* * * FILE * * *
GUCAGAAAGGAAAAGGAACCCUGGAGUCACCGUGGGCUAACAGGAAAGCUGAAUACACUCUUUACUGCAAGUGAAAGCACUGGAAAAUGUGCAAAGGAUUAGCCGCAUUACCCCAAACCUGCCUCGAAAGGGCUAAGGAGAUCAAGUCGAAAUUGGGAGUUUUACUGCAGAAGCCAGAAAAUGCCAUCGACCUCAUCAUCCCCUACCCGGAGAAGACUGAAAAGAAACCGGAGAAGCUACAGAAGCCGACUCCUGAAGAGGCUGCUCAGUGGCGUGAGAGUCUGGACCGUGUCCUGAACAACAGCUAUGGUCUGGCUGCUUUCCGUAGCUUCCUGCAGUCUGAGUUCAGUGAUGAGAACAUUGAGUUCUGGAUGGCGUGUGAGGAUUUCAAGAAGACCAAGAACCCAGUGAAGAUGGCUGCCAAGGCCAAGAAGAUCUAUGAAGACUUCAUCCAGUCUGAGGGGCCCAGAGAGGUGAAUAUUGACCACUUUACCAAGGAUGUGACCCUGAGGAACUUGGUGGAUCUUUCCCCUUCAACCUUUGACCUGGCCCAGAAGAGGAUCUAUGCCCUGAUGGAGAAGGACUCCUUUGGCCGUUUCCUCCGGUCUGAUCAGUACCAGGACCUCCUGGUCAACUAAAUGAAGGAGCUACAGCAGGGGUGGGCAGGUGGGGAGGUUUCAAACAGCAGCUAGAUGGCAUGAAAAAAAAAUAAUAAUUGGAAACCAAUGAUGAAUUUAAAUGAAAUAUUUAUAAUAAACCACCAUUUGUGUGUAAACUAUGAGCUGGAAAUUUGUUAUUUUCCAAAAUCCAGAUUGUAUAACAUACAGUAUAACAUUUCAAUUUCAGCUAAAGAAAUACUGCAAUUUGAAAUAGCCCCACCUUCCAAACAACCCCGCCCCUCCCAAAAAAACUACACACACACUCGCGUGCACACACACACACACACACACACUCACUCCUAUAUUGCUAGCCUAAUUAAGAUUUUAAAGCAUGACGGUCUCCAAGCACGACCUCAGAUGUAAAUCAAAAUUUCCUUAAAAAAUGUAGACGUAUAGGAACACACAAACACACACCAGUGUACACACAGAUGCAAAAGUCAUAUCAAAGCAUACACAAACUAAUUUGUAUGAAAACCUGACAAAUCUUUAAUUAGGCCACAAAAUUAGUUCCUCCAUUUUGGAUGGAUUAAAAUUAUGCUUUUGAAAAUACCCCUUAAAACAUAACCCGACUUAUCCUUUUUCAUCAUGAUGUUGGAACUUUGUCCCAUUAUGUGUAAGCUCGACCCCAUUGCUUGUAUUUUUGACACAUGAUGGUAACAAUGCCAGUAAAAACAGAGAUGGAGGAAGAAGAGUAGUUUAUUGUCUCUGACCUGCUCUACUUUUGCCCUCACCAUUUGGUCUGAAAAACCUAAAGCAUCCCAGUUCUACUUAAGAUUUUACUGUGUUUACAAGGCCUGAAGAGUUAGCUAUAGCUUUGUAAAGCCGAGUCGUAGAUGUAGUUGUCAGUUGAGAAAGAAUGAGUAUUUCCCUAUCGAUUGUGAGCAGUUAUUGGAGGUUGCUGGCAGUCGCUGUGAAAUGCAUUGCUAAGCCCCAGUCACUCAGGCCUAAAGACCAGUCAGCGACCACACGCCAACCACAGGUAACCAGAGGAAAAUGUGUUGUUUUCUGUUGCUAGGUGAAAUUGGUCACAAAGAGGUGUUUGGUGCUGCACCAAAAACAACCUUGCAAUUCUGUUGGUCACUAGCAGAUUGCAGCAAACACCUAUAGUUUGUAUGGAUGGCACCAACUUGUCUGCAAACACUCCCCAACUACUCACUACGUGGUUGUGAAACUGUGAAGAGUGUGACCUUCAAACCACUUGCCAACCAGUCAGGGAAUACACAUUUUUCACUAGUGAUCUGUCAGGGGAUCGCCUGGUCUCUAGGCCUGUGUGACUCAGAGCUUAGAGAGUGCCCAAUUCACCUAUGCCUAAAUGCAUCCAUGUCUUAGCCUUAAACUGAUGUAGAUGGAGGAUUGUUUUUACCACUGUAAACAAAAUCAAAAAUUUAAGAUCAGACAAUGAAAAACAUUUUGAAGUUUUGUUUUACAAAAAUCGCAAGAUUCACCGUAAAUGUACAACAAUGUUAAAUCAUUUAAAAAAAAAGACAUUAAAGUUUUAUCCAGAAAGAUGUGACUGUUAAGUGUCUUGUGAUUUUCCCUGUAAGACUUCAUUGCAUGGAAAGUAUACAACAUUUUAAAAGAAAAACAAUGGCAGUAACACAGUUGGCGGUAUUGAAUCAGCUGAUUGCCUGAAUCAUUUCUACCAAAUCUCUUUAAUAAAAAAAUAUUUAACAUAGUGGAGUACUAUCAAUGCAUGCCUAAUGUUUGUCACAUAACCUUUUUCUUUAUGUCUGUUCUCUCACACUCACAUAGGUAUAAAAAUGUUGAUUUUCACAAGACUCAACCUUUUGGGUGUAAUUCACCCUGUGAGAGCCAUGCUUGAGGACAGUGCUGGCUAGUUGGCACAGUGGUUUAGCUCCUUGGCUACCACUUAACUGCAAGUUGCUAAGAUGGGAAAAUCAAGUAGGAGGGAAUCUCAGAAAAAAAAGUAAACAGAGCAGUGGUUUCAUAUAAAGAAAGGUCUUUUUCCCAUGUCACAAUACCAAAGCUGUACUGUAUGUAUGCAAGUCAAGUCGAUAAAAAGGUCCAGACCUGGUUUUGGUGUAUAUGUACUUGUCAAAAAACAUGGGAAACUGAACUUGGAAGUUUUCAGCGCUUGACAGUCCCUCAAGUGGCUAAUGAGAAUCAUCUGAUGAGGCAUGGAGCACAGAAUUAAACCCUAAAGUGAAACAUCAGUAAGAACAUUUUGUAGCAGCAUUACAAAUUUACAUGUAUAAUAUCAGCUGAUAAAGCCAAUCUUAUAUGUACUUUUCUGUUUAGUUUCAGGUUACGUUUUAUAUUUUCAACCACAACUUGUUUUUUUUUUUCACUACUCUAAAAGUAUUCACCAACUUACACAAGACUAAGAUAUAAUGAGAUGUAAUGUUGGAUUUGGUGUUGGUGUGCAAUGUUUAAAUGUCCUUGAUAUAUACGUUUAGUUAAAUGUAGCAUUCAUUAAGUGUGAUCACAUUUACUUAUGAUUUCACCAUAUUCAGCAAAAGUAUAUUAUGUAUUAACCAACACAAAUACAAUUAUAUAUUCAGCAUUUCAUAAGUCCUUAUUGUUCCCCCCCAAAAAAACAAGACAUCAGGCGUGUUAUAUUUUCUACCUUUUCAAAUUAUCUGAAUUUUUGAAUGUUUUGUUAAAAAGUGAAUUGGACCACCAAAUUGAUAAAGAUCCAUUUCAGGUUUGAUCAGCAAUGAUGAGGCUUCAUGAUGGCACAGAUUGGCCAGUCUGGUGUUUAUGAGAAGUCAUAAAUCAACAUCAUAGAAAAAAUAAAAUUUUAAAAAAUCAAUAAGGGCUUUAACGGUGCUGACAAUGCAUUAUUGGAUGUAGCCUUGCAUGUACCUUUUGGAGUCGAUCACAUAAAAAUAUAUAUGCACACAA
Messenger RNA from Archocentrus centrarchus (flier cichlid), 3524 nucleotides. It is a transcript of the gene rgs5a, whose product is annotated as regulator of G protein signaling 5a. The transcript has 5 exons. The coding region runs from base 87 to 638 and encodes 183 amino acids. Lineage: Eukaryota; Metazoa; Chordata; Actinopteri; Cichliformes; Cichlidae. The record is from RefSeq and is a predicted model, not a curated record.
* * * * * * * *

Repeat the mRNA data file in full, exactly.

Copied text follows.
GUCAGAAAGGAAAAGGAACCCUGGAGUCACCGUGGGCUAACAGGAAAGCUGAAUACACUCUUUACUGCAAGUGAAAGCACUGGAAAAUGUGCAAAGGAUUAGCCGCAUUACCCCAAACCUGCCUCGAAAGGGCUAAGGAGAUCAAGUCGAAAUUGGGAGUUUUACUGCAGAAGCCAGAAAAUGCCAUCGACCUCAUCAUCCCCUACCCGGAGAAGACUGAAAAGAAACCGGAGAAGCUACAGAAGCCGACUCCUGAAGAGGCUGCUCAGUGGCGUGAGAGUCUGGACCGUGUCCUGAACAACAGCUAUGGUCUGGCUGCUUUCCGUAGCUUCCUGCAGUCUGAGUUCAGUGAUGAGAACAUUGAGUUCUGGAUGGCGUGUGAGGAUUUCAAGAAGACCAAGAACCCAGUGAAGAUGGCUGCCAAGGCCAAGAAGAUCUAUGAAGACUUCAUCCAGUCUGAGGGGCCCAGAGAGGUGAAUAUUGACCACUUUACCAAGGAUGUGACCCUGAGGAACUUGGUGGAUCUUUCCCCUUCAACCUUUGACCUGGCCCAGAAGAGGAUCUAUGCCCUGAUGGAGAAGGACUCCUUUGGCCGUUUCCUCCGGUCUGAUCAGUACCAGGACCUCCUGGUCAACUAAAUGAAGGAGCUACAGCAGGGGUGGGCAGGUGGGGAGGUUUCAAACAGCAGCUAGAUGGCAUGAAAAAAAAAUAAUAAUUGGAAACCAAUGAUGAAUUUAAAUGAAAUAUUUAUAAUAAACCACCAUUUGUGUGUAAACUAUGAGCUGGAAAUUUGUUAUUUUCCAAAAUCCAGAUUGUAUAACAUACAGUAUAACAUUUCAAUUUCAGCUAAAGAAAUACUGCAAUUUGAAAUAGCCCCACCUUCCAAACAACCCCGCCCCUCCCAAAAAAACUACACACACACUCGCGUGCACACACACACACACACACACACUCACUCCUAUAUUGCUAGCCUAAUUAAGAUUUUAAAGCAUGACGGUCUCCAAGCACGACCUCAGAUGUAAAUCAAAAUUUCCUUAAAAAAUGUAGACGUAUAGGAACACACAAACACACACCAGUGUACACACAGAUGCAAAAGUCAUAUCAAAGCAUACACAAACUAAUUUGUAUGAAAACCUGACAAAUCUUUAAUUAGGCCACAAAAUUAGUUCCUCCAUUUUGGAUGGAUUAAAAUUAUGCUUUUGAAAAUACCCCUUAAAACAUAACCCGACUUAUCCUUUUUCAUCAUGAUGUUGGAACUUUGUCCCAUUAUGUGUAAGCUCGACCCCAUUGCUUGUAUUUUUGACACAUGAUGGUAACAAUGCCAGUAAAAACAGAGAUGGAGGAAGAAGAGUAGUUUAUUGUCUCUGACCUGCUCUACUUUUGCCCUCACCAUUUGGUCUGAAAAACCUAAAGCAUCCCAGUUCUACUUAAGAUUUUACUGUGUUUACAAGGCCUGAAGAGUUAGCUAUAGCUUUGUAAAGCCGAGUCGUAGAUGUAGUUGUCAGUUGAGAAAGAAUGAGUAUUUCCCUAUCGAUUGUGAGCAGUUAUUGGAGGUUGCUGGCAGUCGCUGUGAAAUGCAUUGCUAAGCCCCAGUCACUCAGGCCUAAAGACCAGUCAGCGACCACACGCCAACCACAGGUAACCAGAGGAAAAUGUGUUGUUUUCUGUUGCUAGGUGAAAUUGGUCACAAAGAGGUGUUUGGUGCUGCACCAAAAACAACCUUGCAAUUCUGUUGGUCACUAGCAGAUUGCAGCAAACACCUAUAGUUUGUAUGGAUGGCACCAACUUGUCUGCAAACACUCCCCAACUACUCACUACGUGGUUGUGAAACUGUGAAGAGUGUGACCUUCAAACCACUUGCCAACCAGUCAGGGAAUACACAUUUUUCACUAGUGAUCUGUCAGGGGAUCGCCUGGUCUCUAGGCCUGUGUGACUCAGAGCUUAGAGAGUGCCCAAUUCACCUAUGCCUAAAUGCAUCCAUGUCUUAGCCUUAAACUGAUGUAGAUGGAGGAUUGUUUUUACCACUGUAAACAAAAUCAAAAAUUUAAGAUCAGACAAUGAAAAACAUUUUGAAGUUUUGUUUUACAAAAAUCGCAAGAUUCACCGUAAAUGUACAACAAUGUUAAAUCAUUUAAAAAAAAAGACAUUAAAGUUUUAUCCAGAAAGAUGUGACUGUUAAGUGUCUUGUGAUUUUCCCUGUAAGACUUCAUUGCAUGGAAAGUAUACAACAUUUUAAAAGAAAAACAAUGGCAGUAACACAGUUGGCGGUAUUGAAUCAGCUGAUUGCCUGAAUCAUUUCUACCAAAUCUCUUUAAUAAAAAAAUAUUUAACAUAGUGGAGUACUAUCAAUGCAUGCCUAAUGUUUGUCACAUAACCUUUUUCUUUAUGUCUGUUCUCUCACACUCACAUAGGUAUAAAAAUGUUGAUUUUCACAAGACUCAACCUUUUGGGUGUAAUUCACCCUGUGAGAGCCAUGCUUGAGGACAGUGCUGGCUAGUUGGCACAGUGGUUUAGCUCCUUGGCUACCACUUAACUGCAAGUUGCUAAGAUGGGAAAAUCAAGUAGGAGGGAAUCUCAGAAAAAAAAGUAAACAGAGCAGUGGUUUCAUAUAAAGAAAGGUCUUUUUCCCAUGUCACAAUACCAAAGCUGUACUGUAUGUAUGCAAGUCAAGUCGAUAAAAAGGUCCAGACCUGGUUUUGGUGUAUAUGUACUUGUCAAAAAACAUGGGAAACUGAACUUGGAAGUUUUCAGCGCUUGACAGUCCCUCAAGUGGCUAAUGAGAAUCAUCUGAUGAGGCAUGGAGCACAGAAUUAAACCCUAAAGUGAAACAUCAGUAAGAACAUUUUGUAGCAGCAUUACAAAUUUACAUGUAUAAUAUCAGCUGAUAAAGCCAAUCUUAUAUGUACUUUUCUGUUUAGUUUCAGGUUACGUUUUAUAUUUUCAACCACAACUUGUUUUUUUUUUUCACUACUCUAAAAGUAUUCACCAACUUACACAAGACUAAGAUAUAAUGAGAUGUAAUGUUGGAUUUGGUGUUGGUGUGCAAUGUUUAAAUGUCCUUGAUAUAUACGUUUAGUUAAAUGUAGCAUUCAUUAAGUGUGAUCACAUUUACUUAUGAUUUCACCAUAUUCAGCAAAAGUAUAUUAUGUAUUAACCAACACAAAUACAAUUAUAUAUUCAGCAUUUCAUAAGUCCUUAUUGUUCCCCCCCAAAAAAACAAGACAUCAGGCGUGUUAUAUUUUCUACCUUUUCAAAUUAUCUGAAUUUUUGAAUGUUUUGUUAAAAAGUGAAUUGGACCACCAAAUUGAUAAAGAUCCAUUUCAGGUUUGAUCAGCAAUGAUGAGGCUUCAUGAUGGCACAGAUUGGCCAGUCUGGUGUUUAUGAGAAGUCAUAAAUCAACAUCAUAGAAAAAAUAAAAUUUUAAAAAAUCAAUAAGGGCUUUAACGGUGCUGACAAUGCAUUAUUGGAUGUAGCCUUGCAUGUACCUUUUGGAGUCGAUCACAUAAAAAUAUAUAUGCACACAA
Messenger RNA from Archocentrus centrarchus (flier cichlid), 3524 nucleotides. It is a transcript of the gene rgs5a, whose product is annotated as regulator of G protein signaling 5a. The transcript has 5 exons. The coding region runs from base 87 to 638 and encodes 183 amino acids. Lineage: Eukaryota; Metazoa; Chordata; Actinopteri; Cichliformes; Cichlidae. The record is from RefSeq and is a predicted model, not a curated record.